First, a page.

[JI's good friend Joey Stuart shares some reflections on reading David Haglund's article on D. Michael Quinn.]
David Haglund’s excellent article on Slate yesterday provoked pity and some personal soul-searching on my part. Haglund highlights the rise and fall of D. Michael Quinn, one of the most important figures in the study of Mormon History. Quinn’s relationship with President Boyd K. Packer, from his interview with President Packer to be hired at BYU to President Packer’s alleged involvement in the Church disciplinary council that cost Quinn his membership in the LDS Church. Rather than placing Quinn with the 5 other members of the “September Six,” my thoughts turned to Asher Lev, from the protagonist of My Name is Asher Lev.[i] (more…)
Connell O’Donovan is an independent researcher, genealogist, and historian of early Mormonism. He has generously shared the following material related to his volume of Augusta Adams Cobb Young’s life writings, forthcoming with the University of Utah Press.
In transcribing the scores of letters and drafts in the Augusta Adams Cobb files, archived in the Theodore Schroeder Collection on Mormonism at the Wisconsin Historical Society, I found an undated draft of a letter (PDF of the holograph document here), which may be the earliest written account of the massacre at Mountain Meadows in September 1857.[i] (more…)
We recently invited Jared Farmer, associate professor of history at Stony Brook University and author of On Zion’s Mount, to answer some questions about his latest project, Mormons in the Media, 1830–2012.
What was the genesis of this (e-book) project? Did it start as a casual interest that only later became a serious project? Was it an outgrowth of teaching?
All of the above. The past couple of years I spent a lot of time creating a personal archive of historic images for use in my lecture courses. In the process I got quite good at finding images online—using familiar search engines (e.g., Google Images, Flickr), as well as some obscure sites, and many educational databases that are inaccessible to non-academics because of paywalls. This past spring, once Romney cinched the GOP nomination, I decided it would be worthwhile—and fun—to put my image-finding skills to public use. What began as a diversion from my book manuscript (Trees in Paradise: A California History, due out next year) became a minor obsession; what was supposed to be a little online illustrated essay on portrayals of Mormon facial hair became Mormons in the Media. I ended up spending far more time than I budgeted, and I used up my professorial tithing on eBay buying LDS ephemera. (more…)
By friend of the JI Joseph Stuart
Whilst transcribing portions of the Oliver Huntington journals for a paper to be presented at the Utah State Historical Society, I stumbled upon this gem in Oliver’s stake conference notes. The conference’s visiting authority was apostle and Church Historian Wilford Woodruff, who made considerable efforts to address certain rumors/falsehoods circulating about LDS Church History in his address. (more…)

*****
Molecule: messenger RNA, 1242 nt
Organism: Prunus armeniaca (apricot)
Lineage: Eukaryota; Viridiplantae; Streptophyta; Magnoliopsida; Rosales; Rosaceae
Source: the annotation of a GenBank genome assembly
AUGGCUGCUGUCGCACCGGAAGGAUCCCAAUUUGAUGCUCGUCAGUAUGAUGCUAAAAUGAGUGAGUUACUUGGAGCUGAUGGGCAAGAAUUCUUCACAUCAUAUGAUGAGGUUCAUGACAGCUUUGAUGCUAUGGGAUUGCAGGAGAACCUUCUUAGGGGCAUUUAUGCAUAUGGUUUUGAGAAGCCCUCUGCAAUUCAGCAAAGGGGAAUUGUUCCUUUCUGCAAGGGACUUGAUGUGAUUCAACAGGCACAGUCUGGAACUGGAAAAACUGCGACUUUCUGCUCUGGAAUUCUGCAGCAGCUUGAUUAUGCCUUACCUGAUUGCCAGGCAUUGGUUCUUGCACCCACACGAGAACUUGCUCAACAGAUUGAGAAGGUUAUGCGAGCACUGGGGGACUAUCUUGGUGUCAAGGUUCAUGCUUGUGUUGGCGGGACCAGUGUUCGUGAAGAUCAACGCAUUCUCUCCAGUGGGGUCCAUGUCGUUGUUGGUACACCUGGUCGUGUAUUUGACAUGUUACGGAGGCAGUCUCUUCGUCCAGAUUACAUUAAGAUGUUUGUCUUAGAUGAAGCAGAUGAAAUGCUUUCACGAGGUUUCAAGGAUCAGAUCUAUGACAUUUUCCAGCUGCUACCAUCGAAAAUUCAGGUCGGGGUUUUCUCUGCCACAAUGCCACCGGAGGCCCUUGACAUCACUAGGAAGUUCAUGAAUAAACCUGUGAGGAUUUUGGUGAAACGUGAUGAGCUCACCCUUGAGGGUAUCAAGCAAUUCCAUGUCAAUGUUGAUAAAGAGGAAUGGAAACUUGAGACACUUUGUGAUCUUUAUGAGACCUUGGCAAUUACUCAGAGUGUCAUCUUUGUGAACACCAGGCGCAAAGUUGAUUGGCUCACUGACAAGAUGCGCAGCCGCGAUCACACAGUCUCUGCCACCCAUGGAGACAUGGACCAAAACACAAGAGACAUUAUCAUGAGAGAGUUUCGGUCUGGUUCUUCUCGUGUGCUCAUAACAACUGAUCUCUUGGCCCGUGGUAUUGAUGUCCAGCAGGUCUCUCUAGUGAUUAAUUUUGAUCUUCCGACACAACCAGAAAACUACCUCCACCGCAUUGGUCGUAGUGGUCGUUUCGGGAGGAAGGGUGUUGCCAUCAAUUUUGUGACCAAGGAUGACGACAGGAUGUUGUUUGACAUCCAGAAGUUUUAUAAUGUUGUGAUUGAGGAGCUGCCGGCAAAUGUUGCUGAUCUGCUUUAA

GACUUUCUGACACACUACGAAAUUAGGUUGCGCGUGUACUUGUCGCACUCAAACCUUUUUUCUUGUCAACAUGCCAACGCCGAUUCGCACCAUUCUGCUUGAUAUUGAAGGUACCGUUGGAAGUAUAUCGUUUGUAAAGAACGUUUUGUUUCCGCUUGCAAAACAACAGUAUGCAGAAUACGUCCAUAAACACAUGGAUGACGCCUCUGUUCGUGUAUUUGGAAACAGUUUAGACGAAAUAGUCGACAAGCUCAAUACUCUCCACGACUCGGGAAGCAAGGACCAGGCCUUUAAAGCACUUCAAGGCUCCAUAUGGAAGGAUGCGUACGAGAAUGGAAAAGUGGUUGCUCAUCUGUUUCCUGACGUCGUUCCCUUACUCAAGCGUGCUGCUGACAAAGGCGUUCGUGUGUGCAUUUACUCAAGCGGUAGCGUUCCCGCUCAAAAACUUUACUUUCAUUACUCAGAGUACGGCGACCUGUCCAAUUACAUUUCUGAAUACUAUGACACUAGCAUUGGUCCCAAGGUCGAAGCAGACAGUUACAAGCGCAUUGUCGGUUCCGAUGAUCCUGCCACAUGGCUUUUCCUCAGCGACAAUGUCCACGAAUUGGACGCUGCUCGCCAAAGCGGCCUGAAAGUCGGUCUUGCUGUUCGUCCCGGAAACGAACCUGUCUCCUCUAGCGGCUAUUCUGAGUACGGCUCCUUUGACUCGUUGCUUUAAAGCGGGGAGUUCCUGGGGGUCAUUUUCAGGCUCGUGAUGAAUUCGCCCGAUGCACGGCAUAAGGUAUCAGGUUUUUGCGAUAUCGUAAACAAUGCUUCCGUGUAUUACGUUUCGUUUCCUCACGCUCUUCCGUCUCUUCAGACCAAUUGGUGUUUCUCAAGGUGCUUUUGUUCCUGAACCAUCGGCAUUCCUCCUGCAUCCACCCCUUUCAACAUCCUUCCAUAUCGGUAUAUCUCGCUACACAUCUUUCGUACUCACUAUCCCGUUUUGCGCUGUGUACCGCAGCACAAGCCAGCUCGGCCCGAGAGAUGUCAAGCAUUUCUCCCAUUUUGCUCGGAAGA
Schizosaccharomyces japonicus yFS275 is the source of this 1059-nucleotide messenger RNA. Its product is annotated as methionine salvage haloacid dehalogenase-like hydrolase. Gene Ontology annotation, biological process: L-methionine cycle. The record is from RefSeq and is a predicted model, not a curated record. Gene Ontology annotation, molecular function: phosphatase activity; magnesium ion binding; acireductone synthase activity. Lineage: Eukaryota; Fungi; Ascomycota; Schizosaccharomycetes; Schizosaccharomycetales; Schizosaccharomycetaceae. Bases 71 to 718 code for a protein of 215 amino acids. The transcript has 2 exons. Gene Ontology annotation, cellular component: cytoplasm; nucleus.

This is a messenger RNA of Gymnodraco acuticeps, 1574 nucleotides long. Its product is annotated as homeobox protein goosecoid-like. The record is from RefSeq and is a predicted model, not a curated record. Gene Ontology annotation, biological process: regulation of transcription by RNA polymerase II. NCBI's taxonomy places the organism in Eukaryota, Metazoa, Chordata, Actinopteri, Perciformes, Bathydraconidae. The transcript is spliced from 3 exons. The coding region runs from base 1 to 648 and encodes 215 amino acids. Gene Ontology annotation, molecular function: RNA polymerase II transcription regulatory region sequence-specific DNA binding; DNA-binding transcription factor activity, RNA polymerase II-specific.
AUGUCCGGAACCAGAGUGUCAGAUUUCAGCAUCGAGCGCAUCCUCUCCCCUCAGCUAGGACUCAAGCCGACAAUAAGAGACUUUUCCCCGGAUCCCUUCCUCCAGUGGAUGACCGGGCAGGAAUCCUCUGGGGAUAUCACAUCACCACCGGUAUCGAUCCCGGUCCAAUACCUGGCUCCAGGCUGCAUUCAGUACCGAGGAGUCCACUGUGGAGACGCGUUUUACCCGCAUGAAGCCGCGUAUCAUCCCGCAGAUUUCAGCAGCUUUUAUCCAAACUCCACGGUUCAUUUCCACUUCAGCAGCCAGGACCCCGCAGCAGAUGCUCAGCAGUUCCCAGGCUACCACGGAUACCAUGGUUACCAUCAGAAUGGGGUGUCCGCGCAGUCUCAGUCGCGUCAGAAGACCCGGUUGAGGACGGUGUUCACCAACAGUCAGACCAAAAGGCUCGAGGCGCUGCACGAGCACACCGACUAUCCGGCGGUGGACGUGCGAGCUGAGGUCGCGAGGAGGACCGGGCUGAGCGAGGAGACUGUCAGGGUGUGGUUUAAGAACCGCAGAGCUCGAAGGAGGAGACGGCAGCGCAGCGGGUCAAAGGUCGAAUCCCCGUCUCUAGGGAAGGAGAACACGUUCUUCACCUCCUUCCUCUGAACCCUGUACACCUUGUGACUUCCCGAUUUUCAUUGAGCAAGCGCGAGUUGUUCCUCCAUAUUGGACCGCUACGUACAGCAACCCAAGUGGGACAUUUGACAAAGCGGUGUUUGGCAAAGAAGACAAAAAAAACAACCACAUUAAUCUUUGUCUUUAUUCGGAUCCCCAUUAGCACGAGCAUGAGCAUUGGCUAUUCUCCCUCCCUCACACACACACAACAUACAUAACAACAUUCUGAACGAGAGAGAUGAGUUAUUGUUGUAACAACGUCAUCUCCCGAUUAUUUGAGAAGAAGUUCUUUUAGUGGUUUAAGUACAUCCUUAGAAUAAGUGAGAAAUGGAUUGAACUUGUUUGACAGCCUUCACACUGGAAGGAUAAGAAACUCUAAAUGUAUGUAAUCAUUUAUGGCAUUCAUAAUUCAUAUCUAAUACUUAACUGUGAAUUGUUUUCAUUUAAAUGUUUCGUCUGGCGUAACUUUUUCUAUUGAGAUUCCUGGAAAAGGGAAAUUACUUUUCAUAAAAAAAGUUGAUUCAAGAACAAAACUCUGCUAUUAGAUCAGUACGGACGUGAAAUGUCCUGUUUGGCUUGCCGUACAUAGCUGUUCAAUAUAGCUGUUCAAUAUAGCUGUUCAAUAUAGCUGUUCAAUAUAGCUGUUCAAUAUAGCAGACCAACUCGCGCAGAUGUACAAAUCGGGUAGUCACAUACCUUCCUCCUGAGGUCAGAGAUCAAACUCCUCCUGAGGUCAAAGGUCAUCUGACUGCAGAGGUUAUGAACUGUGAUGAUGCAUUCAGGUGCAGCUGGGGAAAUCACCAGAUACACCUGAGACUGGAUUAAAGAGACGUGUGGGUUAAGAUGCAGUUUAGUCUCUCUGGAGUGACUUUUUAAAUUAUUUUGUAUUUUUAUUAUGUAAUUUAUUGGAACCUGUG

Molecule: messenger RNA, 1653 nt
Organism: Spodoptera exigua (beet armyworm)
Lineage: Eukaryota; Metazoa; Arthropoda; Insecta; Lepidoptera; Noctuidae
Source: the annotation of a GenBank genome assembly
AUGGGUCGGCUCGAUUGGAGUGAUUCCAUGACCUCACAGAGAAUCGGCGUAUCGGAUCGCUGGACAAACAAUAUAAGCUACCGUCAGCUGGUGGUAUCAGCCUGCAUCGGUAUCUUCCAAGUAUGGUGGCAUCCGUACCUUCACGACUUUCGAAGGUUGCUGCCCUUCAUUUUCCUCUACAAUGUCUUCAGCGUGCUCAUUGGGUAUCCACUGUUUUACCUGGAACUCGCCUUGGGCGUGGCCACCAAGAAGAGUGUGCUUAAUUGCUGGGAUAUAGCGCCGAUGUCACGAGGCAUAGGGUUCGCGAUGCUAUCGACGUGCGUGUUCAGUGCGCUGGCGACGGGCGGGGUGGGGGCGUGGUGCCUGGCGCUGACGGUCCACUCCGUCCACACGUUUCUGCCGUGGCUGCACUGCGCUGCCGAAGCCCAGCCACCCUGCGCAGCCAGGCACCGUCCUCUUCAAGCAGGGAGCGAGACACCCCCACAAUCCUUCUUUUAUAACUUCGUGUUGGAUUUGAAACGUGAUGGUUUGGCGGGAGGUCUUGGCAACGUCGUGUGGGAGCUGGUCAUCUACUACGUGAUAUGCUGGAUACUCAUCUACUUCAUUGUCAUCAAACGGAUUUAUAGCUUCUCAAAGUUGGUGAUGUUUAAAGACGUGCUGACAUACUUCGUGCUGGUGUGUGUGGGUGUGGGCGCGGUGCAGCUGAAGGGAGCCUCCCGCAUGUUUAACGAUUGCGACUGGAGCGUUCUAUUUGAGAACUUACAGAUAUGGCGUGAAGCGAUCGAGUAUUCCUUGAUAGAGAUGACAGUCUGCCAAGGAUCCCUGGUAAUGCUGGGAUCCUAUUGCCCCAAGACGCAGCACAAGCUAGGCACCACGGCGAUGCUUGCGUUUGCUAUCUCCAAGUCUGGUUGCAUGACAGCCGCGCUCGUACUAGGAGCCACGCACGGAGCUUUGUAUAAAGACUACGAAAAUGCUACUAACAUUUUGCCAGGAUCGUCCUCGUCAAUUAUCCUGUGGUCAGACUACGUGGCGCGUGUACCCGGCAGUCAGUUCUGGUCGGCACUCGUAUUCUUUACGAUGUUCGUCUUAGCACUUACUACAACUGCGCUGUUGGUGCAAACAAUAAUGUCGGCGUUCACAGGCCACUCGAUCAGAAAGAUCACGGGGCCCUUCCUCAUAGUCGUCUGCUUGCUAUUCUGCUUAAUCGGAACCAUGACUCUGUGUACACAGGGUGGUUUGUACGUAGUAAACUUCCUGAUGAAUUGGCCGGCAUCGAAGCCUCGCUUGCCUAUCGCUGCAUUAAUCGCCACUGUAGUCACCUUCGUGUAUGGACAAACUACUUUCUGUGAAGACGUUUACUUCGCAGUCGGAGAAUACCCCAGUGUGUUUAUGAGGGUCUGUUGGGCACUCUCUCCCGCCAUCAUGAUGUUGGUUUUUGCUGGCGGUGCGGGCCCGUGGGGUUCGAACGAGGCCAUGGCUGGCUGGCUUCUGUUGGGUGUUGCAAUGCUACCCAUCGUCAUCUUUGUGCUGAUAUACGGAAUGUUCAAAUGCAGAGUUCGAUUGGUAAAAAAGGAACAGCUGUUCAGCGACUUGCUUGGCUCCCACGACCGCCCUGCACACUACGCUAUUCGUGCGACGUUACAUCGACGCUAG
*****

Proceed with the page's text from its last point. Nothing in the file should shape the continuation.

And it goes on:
MARK ASHURST-MCGEE is a historian and documentary editor with the Joseph Smith Papers Project, where he specializes in document analysis and documentary editing methodology. He holds a PhD in history from Arizona State University and has trained at the Institute for the Editing of Historical Documents. He is a coeditor of the first volume in the Journals series and of the first volume of the Histories series of the Joseph Smith Papers. He is an author of peer-reviewed articles on Joseph Smith and early Mormon history. The following selection is taken from his 2008 dissertation: “Zion Rising: Joseph Smith’s Early Social and Political Thought.” Other works growing out of his dissertation are published in the most recent issue of the Journal of Mormon History (“Zion in America: The Origins of Mormon Constitutionalism” [vol. 38, no. 3 - Summer 2012]: 90-101) and in the just recently released anthology War and Peace in Our Time: Mormon Perspectives (Kofford Books, 2012). Selections from his dissertation have also appeared here at the Juvenile Instructor, here and here. Ashurst-McGee is currently working on articles on political restorationism and Zion nationalism along the path of turning the dissertation into a monograph.
Joseph Smith’s Enoch expansion built on that for Enoch’s grandfather Enos, the grandson of Adam. Due to the “secret works of darkness” that had pervaded the land, Enos led “the residue of the people of God . . . out from the land which was called Shulon and dwelt in a land of promise, which he called after his own son whom he had named Cainan.” (more…)
Edward Blum is associate professor of history at San Diego State University. He is the author of Reforging the White Republic: Race, Religion, and American Nationalism, 1865-1898 (2005), W. E. B. Du Bois, American Prophet (2007), and most recently, co-author (with Paul Harvey) of The Color of Christ: The Son of God and the Saga of Race in America (2012), which will be available next month. He is the co-editor (with Paul Harvey) of The Columbia Guide to Religion in American History (2012), (with Jason R. Young) The Souls of W. E. B. Du Bois: New Essays and Reflections (2009), and (with W. Scott Poole) Vale of Tears: New Essays on Religion and Reconstruction (2005). Ed also blogs at Religion in American History and Teaching United States History.
By Pete Wosnik